effective altruism

On Empathy

Paul Bloom argues that empathy has its drawbacks. It's biased, innumerate, concrete, and myopic. Don't believe it? Consider the reactions to the Newton mass shooting as compared to shootings in Chicago.  It's called the identifiable victim effect. We're drawn to some individuals more than others. We respond more empathetically to people like us. And because empathy is focused on individuals and insensitive to numbers, it's more susceptible to bias.

Okay empathy can be misguided, but isn't it better than nothing? He believes that's mistaken - because he argues that it's focused on current costs at the expense of future costs. 

What's an alternative?  Peter Singer has started a movement called Effective Altruism - it involves both the head and the heart.


Additional reading:

Daniel Batson - Altruism in Humans

Frans De Waal - The Age of Empathy

Simon Baron-Cohen - The Science of Evil


Leslie Jamison - The Empathy Exams







Child in a Lake

Peter Singer is a Yale philosopher with an interesting take on altruism - namely, how to make it effective. He proposes the following scenarios to make his point:

You are walking to a meeting where you will earn $500. On the way to the meeting you pass a child who is drowning. You can rescue the child but lose the $500. Do you rescue the child?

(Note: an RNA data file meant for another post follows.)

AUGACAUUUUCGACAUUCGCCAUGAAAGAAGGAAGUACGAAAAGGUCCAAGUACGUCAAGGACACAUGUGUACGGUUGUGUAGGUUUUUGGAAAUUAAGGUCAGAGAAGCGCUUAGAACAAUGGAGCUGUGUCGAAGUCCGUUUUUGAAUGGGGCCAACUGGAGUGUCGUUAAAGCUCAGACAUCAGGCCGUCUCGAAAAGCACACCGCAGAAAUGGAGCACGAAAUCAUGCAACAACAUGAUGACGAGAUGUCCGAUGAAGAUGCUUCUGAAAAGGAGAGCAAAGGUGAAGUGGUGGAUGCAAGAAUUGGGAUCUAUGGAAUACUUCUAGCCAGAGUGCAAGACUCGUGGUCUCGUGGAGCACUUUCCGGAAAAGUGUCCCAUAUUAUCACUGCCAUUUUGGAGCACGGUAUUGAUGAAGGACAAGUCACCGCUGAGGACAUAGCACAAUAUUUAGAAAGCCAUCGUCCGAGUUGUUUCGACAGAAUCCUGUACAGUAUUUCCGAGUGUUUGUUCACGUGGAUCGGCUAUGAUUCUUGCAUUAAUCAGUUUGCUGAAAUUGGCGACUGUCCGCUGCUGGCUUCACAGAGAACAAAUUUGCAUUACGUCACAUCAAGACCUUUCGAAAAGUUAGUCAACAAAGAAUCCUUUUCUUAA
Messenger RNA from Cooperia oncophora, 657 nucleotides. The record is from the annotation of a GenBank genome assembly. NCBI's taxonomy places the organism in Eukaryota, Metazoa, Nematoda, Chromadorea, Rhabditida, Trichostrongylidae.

If you do, there's a cost to rescuing the child.

Now consider that immunizations cost $500 in India. Do you feel the same obligation?

Why do you have a different reaction to these two scenarios?

According to Mr. Singer, there is a psychological difference - salience. You can see the child and take direct action and you will get immediate feedback. The organization in India is more abstract - there is no individual, no identifiable victim. This changes then how you think of the scenario.

He points out that there is also some economic difference rooted in uncertainty - knowing something will happen versus how will I know my $500 will be effective if it's given to a immunization organization.

He asserts that uncertainty is not the main reason people have different responses to the two scenarios. True that skepticism causes a delay in decisions and a trend to prove what works is born out of this delay. But he insists that salience and identifiable victims matter for getting people to give, not evidence of what works.